Section 84.1 of the ITA made it difficult for children to use a corporation to buy shares of a small business, family farm, or fishing corporation from their parents, when their parents wanted to claim the lifetime capital gains exemption on the sale of shares. Parents selling the shares to an arm's length (unrelated) corporation were able to use the capital gains exemption to reduce the income tax on the resulting capital gain on the transaction. However, if the shares were sold to a non-arm's length (related) corporation, such as a corporation owned by the parent's children, for cash or a promissory note, the parents would not have a capital gain and could not use the capital gains exemption. This could result in significant income tax consequences.
The new rules attempt to level the playing field and to alleviate this problem by allowing a sale to non-arm's length purchasers of the shares to result in a capital gain and the ability to use the capital gains exemption to reduce the income tax.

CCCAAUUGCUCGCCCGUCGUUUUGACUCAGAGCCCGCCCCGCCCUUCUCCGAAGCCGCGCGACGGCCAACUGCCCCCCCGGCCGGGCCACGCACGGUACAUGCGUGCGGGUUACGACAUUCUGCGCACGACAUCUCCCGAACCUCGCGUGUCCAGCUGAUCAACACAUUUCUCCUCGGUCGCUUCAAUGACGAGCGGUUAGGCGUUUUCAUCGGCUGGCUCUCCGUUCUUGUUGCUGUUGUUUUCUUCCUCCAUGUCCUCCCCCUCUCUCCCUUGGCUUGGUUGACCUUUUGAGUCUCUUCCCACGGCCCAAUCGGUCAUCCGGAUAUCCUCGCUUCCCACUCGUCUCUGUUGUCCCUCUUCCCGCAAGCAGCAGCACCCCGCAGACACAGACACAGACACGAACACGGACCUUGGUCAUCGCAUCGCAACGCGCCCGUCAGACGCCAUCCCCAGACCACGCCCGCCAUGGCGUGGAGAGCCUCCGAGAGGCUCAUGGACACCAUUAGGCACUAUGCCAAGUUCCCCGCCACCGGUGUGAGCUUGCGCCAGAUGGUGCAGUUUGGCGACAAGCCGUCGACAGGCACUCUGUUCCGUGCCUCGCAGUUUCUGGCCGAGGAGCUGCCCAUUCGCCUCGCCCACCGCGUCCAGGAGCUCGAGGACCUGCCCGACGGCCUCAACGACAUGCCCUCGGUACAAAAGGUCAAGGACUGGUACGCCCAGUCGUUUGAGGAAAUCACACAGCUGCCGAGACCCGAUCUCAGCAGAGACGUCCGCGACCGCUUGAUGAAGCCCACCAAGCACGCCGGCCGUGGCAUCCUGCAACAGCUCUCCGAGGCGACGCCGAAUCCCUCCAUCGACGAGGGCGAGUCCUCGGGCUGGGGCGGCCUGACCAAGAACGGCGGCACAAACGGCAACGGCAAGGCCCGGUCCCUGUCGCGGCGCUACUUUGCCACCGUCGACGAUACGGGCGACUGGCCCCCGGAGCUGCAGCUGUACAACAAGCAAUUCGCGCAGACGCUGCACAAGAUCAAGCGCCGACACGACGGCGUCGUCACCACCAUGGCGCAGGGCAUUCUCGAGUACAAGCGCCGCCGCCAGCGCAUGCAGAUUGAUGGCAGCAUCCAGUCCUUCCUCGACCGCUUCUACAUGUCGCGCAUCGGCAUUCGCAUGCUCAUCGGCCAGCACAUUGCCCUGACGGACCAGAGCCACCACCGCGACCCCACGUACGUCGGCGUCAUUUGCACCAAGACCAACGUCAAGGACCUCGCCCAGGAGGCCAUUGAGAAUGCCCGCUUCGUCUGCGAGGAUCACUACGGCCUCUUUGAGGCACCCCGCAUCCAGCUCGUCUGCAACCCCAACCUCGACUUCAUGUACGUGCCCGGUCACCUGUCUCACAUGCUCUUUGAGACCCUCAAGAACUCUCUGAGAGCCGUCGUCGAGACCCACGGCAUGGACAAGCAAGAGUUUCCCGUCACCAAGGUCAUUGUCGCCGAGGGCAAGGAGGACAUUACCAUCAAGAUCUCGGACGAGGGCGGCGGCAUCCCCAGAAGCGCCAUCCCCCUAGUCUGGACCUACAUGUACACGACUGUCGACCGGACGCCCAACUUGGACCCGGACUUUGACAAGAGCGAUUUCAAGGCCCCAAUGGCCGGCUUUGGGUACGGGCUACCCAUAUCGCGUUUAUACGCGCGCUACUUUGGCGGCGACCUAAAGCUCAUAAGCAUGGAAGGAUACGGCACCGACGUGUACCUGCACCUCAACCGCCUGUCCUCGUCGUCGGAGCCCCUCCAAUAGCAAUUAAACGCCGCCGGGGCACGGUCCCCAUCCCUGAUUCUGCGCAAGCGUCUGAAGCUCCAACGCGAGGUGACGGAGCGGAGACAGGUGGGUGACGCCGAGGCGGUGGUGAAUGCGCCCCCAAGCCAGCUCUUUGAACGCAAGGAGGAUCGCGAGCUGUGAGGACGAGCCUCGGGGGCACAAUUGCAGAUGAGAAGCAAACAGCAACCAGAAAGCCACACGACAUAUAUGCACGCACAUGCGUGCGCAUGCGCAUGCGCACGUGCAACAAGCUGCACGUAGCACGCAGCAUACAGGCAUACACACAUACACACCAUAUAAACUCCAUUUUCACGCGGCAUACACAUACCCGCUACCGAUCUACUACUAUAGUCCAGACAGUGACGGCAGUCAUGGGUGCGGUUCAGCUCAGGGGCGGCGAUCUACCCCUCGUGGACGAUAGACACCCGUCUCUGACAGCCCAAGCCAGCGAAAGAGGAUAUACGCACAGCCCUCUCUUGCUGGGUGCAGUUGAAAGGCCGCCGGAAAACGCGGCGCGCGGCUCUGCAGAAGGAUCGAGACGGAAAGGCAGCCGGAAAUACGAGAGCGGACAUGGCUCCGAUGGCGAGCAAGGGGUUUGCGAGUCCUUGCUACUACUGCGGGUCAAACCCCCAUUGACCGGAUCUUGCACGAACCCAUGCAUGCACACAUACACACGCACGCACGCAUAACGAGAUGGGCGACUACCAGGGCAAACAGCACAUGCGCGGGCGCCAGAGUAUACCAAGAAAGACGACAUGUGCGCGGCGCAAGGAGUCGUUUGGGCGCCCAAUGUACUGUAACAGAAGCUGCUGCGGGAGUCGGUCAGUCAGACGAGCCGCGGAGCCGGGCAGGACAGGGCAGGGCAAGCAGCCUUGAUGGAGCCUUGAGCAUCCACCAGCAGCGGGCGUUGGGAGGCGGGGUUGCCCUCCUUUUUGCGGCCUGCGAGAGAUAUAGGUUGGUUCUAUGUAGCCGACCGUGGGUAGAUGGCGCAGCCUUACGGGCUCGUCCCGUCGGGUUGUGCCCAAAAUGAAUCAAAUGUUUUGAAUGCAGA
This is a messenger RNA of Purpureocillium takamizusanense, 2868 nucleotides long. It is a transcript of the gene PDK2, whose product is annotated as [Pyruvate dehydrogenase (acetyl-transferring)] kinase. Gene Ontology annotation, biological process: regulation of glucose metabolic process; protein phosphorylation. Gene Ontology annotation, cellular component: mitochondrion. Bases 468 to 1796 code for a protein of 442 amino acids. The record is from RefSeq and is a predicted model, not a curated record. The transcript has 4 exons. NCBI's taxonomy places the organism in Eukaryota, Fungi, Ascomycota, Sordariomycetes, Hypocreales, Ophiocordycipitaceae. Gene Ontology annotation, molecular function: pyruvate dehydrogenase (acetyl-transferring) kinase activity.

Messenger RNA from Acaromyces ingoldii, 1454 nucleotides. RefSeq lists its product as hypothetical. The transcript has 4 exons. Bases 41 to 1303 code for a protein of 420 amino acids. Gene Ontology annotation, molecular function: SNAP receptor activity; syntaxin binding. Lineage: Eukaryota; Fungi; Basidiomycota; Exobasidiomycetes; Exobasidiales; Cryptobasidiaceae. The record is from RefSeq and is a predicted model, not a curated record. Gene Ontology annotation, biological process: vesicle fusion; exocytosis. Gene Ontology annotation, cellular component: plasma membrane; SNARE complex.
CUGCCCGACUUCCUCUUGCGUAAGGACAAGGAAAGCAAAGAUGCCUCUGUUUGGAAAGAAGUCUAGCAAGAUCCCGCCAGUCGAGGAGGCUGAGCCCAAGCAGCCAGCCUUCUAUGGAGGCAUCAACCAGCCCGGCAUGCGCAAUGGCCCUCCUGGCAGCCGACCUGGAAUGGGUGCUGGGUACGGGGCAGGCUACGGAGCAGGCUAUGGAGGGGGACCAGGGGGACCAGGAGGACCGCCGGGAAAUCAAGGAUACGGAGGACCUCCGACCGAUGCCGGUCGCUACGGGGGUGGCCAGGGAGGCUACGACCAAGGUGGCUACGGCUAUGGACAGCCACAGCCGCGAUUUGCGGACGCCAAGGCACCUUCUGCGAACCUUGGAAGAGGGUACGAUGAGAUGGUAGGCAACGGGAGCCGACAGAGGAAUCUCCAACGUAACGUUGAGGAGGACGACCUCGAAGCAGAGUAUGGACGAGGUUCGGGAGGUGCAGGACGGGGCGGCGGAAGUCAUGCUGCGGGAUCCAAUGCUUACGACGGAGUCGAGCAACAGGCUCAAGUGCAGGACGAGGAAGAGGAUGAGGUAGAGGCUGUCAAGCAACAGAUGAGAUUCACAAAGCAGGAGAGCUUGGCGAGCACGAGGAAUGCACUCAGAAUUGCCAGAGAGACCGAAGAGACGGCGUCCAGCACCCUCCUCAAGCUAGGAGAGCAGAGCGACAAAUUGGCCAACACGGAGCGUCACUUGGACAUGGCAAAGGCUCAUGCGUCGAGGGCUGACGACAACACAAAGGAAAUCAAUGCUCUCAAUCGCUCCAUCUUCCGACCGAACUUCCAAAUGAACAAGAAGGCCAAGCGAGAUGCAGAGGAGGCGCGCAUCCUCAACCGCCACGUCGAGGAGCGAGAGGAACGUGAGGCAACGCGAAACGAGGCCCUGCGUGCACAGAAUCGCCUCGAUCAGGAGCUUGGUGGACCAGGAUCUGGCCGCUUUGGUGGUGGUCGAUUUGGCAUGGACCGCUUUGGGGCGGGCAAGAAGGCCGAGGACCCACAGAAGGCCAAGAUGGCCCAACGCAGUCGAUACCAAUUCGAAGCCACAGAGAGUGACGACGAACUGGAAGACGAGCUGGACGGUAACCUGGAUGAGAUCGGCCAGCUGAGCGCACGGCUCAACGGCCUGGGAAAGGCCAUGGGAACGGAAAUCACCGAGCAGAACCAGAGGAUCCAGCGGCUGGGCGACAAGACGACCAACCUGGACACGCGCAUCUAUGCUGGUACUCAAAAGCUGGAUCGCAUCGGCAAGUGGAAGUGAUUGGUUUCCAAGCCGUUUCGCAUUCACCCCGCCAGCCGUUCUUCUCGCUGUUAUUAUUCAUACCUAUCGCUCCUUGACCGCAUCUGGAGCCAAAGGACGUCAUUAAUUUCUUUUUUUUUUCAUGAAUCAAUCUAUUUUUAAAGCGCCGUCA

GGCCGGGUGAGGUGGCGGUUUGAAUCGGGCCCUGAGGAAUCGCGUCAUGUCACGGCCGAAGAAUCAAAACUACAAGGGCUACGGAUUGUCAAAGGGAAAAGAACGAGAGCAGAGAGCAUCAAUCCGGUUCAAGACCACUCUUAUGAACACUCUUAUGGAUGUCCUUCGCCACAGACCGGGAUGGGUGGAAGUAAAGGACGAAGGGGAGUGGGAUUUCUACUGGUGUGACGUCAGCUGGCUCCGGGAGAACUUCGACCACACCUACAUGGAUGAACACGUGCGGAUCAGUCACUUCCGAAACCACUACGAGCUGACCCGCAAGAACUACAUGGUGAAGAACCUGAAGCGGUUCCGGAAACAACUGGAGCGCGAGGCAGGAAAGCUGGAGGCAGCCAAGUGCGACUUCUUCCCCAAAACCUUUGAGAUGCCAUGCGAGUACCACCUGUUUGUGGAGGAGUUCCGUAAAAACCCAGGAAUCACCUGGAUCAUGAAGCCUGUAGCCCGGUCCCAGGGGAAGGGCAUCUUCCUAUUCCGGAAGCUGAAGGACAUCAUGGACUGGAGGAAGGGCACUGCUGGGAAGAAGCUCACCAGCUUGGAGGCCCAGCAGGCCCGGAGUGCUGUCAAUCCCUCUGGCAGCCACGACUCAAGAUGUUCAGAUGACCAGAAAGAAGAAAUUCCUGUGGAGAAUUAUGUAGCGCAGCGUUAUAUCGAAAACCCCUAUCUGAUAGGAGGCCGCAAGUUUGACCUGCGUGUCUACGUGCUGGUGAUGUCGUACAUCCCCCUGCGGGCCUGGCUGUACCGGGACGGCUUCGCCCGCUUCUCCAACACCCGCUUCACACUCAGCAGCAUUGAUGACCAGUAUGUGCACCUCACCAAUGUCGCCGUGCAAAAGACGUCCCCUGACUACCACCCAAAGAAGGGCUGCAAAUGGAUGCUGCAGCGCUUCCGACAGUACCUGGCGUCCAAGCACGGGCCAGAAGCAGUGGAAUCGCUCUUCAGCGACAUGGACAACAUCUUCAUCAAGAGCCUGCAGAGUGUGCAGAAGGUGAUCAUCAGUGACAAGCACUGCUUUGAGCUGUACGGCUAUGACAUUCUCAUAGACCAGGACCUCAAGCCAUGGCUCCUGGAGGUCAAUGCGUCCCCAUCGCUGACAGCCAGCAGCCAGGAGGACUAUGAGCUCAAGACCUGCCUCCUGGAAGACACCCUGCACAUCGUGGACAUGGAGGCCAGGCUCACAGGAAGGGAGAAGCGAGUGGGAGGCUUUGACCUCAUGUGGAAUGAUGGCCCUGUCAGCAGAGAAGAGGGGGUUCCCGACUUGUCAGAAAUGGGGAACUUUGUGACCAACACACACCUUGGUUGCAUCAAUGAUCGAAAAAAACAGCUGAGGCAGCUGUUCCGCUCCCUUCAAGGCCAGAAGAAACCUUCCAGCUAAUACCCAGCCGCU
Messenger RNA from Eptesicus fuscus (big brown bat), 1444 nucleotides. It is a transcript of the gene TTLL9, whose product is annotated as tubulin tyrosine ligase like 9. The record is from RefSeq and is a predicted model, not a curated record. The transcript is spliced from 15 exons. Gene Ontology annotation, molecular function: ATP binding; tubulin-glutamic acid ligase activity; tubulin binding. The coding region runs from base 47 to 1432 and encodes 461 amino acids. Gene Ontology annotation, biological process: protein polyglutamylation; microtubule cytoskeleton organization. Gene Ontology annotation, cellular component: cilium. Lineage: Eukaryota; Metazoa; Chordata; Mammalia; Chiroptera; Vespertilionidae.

The new rules will require that the purchaser corporation is controlled by one or more children or grandchildren, aged 18 or older, of the vendor and the purchaser corporation does not dispose of the purchased shares within 60 months of the purchase. An independent assessment of the fair market value of the shares must be provided to the Canada Revenue Agency, together with an affidavit signed by the vendor and a third party attesting to the disposal of the shares.
The changes also include a rule intended to reduce the vendor's ability to claim the lifetime capital gains exemption on the sale of shares if the company being sold has taxable capital employed in Canada exceeding $10 million, calculated on an associated group basis (with the ability to claim the capital gains exemption being completely eliminated once taxable capital exceeds $15 million). This is an attempt to ensure the relief only applies to small businesses. However, the reduction to the capital gains exemption may not be effective due to concerns with the language used in the legislation.